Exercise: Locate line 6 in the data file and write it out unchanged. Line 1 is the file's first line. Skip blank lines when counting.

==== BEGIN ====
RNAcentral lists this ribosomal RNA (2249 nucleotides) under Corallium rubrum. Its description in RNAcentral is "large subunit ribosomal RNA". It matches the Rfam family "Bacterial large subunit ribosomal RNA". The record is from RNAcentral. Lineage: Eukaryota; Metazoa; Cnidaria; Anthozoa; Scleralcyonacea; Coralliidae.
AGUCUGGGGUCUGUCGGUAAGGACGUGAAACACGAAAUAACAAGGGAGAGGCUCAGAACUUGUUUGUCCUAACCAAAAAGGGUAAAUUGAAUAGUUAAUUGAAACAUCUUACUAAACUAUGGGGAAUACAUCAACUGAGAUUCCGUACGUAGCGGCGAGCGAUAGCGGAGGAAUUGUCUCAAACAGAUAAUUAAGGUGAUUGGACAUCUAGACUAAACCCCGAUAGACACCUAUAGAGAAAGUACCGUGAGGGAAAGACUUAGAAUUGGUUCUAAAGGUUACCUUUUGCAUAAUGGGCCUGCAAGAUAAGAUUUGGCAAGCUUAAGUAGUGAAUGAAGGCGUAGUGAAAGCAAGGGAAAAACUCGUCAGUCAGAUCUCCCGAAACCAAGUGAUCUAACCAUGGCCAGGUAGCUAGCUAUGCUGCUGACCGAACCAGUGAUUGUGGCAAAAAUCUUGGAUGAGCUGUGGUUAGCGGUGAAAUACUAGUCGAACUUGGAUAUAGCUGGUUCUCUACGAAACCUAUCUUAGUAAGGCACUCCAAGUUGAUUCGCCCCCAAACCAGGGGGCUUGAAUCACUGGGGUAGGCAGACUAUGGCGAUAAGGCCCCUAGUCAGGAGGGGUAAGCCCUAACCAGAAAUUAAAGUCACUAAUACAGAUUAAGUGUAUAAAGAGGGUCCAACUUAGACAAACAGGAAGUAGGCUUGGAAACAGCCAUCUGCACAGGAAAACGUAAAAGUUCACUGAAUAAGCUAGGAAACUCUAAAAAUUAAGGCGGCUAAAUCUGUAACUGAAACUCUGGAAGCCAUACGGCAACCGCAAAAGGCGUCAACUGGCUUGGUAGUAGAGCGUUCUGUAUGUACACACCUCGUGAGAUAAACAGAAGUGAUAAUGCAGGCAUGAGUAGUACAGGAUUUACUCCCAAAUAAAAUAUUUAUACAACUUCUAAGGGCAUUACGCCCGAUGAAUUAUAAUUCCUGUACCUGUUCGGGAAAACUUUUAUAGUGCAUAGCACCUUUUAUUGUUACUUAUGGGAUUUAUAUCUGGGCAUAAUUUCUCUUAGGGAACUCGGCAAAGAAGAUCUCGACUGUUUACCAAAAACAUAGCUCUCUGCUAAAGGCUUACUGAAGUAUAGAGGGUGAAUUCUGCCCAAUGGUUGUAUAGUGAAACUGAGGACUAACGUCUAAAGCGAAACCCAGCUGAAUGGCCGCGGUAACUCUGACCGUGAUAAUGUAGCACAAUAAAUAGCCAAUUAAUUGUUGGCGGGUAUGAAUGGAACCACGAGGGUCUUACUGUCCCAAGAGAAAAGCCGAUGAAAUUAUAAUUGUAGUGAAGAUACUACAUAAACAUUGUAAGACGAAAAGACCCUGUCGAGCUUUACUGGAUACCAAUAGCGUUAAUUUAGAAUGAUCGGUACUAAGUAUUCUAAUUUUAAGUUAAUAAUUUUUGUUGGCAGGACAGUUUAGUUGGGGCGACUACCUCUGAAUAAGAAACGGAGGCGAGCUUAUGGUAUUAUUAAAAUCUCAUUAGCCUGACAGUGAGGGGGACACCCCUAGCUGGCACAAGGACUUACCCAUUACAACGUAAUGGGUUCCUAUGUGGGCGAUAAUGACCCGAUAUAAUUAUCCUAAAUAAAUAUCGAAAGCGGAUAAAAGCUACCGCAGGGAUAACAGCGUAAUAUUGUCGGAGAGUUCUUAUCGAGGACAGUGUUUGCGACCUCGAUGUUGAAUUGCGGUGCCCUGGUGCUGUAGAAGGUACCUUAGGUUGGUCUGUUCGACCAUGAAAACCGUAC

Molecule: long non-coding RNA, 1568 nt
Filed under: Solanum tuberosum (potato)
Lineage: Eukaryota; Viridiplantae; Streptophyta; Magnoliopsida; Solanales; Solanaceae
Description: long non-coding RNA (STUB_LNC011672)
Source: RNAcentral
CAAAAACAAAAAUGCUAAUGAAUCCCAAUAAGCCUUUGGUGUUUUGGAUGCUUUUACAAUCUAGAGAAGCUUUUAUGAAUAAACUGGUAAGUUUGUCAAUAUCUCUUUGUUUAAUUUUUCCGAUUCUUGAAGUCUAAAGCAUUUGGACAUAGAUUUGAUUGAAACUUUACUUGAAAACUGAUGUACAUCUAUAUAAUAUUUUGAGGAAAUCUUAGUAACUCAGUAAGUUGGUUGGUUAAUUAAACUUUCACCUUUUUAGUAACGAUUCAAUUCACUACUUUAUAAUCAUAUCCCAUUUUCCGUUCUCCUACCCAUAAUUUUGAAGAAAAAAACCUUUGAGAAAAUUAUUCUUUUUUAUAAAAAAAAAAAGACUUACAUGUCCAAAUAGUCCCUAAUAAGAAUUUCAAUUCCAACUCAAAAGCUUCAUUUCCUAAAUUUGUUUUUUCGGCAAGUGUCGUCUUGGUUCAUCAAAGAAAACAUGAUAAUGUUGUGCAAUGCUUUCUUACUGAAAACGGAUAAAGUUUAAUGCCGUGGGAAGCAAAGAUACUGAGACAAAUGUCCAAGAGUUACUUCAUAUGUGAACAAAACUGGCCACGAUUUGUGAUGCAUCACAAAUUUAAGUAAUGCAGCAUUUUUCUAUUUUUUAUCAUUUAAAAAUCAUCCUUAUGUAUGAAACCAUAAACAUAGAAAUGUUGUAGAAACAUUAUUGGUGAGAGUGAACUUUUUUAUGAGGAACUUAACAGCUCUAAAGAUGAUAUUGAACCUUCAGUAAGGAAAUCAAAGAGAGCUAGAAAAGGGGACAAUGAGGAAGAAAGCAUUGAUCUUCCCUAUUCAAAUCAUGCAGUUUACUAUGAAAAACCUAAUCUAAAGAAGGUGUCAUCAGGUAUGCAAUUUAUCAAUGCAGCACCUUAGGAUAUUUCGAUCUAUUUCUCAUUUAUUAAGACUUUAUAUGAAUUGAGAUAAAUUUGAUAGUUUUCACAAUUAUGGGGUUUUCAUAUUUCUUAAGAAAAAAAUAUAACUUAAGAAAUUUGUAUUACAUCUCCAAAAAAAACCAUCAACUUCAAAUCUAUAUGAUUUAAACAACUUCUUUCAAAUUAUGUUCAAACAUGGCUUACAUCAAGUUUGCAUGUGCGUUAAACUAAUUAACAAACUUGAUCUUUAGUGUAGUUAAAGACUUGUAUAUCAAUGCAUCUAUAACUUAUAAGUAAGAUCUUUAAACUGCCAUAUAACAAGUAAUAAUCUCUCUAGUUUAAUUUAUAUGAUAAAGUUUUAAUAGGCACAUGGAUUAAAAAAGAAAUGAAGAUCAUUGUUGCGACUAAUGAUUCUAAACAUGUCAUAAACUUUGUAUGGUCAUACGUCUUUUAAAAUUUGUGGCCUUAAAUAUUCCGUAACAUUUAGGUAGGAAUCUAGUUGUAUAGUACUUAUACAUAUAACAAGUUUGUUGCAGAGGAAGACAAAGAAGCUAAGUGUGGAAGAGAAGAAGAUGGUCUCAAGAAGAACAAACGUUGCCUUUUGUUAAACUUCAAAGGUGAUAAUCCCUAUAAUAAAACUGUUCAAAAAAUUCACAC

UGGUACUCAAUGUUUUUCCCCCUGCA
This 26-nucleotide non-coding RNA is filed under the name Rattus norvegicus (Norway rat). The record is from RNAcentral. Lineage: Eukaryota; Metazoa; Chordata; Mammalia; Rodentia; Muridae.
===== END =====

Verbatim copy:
Description: long non-coding RNA (STUB_LNC011672)